Conflict of interest: None declared.
Validation of the Totaled Health Risks In Vascular Events (THRIVE) score for outcome prediction in endovascular stroke treatment
Article first published online: 29 AUG 2012
© 2012 The Authors. International Journal of Stroke © 2012 World Stroke Organization
International Journal of Stroke
Special Issue: Global Stroke Statistics Edition
Volume 9, Issue 1, pages 32–39, January 2014
How to Cite
Flint, A. C., Kamel, H., Rao, V. A., Cullen, S. P., Faigeles, B. S. and Smith, W. S. (2014), Validation of the Totaled Health Risks In Vascular Events (THRIVE) score for outcome prediction in endovascular stroke treatment. International Journal of Stroke, 9: 32–39. doi: 10.1111/j.1747-4949.2012.00872.x
- Issue published online: 19 DEC 2013
- Article first published online: 29 AUG 2012
- acute stroke therapy;
- cerebral infarction;
- ischaemic stroke;
- risk factors
We recently developed the Totaled Health Risks In Vascular Events (THRIVE) score to predict outcomes after endovascular stroke treatment. The THRIVE score, which incorporates age, National Institutes of Health Stroke Scale score, and three medical comorbidities (hypertension, diabetes mellitus, and atrial fibrillation), was developed using data from the Mechanical Embolus Removal in Cerebral Ischemia (MERCI) and Multi MERCI trials.
We set out to perform external validation of the THRIVE score using data from the largest registry of endovascular stroke treatment performed to date, the Merci Registry.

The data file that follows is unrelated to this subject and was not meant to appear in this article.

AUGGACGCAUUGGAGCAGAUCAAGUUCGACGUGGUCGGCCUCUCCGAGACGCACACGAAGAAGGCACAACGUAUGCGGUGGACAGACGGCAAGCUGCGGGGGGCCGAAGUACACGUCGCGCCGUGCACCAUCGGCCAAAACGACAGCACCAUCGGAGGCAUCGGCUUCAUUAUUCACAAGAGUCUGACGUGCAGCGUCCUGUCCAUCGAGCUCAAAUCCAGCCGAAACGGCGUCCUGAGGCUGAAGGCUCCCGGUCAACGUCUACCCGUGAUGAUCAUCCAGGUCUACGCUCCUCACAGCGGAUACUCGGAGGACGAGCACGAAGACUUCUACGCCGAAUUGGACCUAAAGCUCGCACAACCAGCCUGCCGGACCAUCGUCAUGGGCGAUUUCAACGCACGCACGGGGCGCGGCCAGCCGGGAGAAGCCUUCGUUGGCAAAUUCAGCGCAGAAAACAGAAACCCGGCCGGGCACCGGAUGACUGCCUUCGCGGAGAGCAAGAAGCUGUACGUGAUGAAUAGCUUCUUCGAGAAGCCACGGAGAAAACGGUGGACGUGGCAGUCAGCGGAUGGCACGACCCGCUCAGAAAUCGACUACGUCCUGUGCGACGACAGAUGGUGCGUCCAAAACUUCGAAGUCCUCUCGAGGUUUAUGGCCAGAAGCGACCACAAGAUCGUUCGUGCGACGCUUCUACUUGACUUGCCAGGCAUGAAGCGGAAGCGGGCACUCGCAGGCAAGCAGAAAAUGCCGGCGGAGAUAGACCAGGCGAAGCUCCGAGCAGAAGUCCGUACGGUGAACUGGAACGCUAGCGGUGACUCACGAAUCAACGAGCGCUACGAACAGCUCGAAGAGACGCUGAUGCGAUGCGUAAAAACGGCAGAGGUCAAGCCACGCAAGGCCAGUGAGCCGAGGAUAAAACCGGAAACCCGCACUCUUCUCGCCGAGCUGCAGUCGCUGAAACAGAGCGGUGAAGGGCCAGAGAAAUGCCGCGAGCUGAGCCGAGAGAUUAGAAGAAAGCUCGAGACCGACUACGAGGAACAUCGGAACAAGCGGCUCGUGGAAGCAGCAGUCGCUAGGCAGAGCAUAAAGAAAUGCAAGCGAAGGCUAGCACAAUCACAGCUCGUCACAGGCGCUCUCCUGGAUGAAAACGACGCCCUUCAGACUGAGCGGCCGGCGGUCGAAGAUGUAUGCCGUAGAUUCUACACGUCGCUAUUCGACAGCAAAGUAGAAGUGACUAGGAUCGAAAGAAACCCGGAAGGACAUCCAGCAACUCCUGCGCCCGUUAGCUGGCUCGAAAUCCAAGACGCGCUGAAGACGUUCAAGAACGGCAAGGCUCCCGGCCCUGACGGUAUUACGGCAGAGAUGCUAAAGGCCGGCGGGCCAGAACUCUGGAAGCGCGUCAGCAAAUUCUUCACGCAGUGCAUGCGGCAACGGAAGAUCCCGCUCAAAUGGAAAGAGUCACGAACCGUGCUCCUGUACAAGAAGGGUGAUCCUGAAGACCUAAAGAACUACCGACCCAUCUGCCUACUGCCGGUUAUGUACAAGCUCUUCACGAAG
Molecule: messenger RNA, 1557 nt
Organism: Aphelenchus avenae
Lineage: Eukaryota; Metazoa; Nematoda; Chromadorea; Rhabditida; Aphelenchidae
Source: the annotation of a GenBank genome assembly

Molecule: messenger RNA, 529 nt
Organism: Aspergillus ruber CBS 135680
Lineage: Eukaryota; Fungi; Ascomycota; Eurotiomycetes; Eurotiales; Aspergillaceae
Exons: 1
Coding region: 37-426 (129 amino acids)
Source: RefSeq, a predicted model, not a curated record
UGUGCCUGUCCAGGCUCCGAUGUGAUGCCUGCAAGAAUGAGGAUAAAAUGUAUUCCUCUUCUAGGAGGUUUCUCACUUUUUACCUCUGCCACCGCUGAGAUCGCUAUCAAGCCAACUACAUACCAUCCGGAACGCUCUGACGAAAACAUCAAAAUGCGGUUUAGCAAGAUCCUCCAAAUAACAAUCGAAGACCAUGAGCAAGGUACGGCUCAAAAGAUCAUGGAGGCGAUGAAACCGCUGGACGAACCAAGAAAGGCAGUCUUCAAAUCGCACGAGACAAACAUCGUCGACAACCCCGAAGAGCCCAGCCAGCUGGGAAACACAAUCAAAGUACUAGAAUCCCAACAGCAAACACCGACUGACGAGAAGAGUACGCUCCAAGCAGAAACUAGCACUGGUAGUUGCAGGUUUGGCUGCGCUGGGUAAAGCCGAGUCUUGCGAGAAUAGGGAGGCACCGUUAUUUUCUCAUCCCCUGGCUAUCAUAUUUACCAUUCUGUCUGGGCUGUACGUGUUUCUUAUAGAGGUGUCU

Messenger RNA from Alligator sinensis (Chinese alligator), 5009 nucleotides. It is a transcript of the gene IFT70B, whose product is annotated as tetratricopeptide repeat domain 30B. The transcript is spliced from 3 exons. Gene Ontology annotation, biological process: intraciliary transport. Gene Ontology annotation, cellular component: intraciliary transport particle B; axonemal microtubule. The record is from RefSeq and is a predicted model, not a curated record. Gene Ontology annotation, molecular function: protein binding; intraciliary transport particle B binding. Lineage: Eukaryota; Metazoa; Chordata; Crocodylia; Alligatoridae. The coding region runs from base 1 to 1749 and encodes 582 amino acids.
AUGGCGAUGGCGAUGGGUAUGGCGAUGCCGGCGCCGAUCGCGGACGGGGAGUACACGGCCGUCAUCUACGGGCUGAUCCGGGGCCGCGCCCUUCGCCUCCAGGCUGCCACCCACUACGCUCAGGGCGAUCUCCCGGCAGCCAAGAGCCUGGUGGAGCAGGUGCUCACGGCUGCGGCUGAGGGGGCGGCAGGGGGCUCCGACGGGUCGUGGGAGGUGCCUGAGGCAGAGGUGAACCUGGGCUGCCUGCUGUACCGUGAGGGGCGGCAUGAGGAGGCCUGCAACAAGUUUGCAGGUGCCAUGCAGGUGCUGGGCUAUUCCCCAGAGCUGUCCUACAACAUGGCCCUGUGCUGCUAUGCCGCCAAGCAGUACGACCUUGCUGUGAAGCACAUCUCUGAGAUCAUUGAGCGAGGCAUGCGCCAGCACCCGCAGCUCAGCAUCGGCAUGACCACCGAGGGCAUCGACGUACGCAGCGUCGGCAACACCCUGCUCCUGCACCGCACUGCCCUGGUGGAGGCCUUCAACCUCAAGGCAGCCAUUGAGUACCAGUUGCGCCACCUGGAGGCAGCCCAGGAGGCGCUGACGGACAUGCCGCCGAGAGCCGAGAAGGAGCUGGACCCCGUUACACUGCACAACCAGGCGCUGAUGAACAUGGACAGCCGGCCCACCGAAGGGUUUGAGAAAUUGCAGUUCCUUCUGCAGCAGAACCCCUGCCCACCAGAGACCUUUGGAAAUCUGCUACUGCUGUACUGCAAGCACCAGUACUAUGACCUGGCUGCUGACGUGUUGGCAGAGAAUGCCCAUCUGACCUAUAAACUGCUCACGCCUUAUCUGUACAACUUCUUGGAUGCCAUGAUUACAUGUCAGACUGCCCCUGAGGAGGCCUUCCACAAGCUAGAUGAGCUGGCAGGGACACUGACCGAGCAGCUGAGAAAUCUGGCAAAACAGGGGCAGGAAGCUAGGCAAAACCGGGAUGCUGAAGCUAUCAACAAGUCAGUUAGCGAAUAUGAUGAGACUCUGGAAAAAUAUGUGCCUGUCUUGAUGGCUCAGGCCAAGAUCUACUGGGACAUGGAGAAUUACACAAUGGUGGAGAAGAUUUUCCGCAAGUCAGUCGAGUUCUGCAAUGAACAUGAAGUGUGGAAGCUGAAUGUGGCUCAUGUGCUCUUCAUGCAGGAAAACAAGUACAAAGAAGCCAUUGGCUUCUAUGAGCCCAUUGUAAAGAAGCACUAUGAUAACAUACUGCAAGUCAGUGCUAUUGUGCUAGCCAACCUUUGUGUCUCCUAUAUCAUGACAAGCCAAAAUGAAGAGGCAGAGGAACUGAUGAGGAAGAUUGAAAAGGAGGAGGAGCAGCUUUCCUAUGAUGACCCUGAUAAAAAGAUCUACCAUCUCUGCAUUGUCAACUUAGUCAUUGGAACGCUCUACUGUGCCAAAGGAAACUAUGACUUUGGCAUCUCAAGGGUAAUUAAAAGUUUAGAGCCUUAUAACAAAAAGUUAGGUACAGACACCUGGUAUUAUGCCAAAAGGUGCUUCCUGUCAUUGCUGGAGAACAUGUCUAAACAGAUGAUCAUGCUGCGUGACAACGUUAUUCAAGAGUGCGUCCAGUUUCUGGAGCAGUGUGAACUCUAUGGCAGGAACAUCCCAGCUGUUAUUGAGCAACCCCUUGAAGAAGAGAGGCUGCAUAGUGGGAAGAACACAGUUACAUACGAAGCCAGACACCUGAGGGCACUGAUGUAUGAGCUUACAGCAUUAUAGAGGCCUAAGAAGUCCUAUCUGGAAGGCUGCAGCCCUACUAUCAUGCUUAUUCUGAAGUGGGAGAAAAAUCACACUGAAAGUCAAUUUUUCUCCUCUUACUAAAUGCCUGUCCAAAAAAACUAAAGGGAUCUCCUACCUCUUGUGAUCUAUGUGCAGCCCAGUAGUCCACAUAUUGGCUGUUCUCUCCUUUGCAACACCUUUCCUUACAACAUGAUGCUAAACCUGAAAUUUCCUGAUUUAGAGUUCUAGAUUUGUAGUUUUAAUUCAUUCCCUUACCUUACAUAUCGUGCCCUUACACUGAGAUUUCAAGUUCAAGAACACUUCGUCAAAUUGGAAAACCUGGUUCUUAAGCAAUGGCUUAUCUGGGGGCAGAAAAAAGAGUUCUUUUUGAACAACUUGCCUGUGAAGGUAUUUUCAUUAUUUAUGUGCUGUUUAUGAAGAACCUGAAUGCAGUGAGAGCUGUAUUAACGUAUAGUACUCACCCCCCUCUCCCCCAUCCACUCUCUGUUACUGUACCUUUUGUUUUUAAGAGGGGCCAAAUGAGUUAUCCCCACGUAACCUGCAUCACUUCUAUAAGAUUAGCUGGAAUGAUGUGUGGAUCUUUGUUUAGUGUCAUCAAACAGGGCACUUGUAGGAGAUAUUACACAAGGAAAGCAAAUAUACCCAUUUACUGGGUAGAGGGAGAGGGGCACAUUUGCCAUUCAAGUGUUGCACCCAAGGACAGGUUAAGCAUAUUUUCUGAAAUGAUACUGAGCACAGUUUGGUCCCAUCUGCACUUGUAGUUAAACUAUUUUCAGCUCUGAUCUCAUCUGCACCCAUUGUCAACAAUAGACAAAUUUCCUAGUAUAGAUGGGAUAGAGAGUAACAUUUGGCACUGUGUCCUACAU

We compared the performance of the THRIVE score in two different data sets: the development cohort (the MERCI and Multi MERCI trials, n = 305) and a validation cohort (the Merci Registry, a prospective multicenter registry of patients undergoing endovascular stroke treatment, n = 1000). We examined the predictive utility of the THRIVE score across the range of clinical outcomes and used receiver–operator characteristics curve analysis to compare score performance in the two data sets.
The THRIVE score predicted good outcome, death, and the full range of the modified Rankin Scale in a similar fashion between the MERCI trials and the Merci Registry. Receiver–operator characteristics curve comparisons showed no statistically significant difference in the performance of the THRIVE score between the two data sets: for good outcome, the receiver–operator characteristics area under the curve was 0·293 for the MERCI trials and 0·266 for the Merci Registry (P = 0·47) and for death, the receiver–operator characteristics area under the curve was 0·692 for the MERCI trials and 0·717 for the Merci Registry (P = 0·48). The THRIVE score and vessel recanalization were also found to be independent and unrelated predictors of clinical outcome.
The THRIVE score reliably predicts outcomes after endovascular stroke treatment and may be useful as a clinical prognostic tool and to perform severity adjustments in stroke clinical research.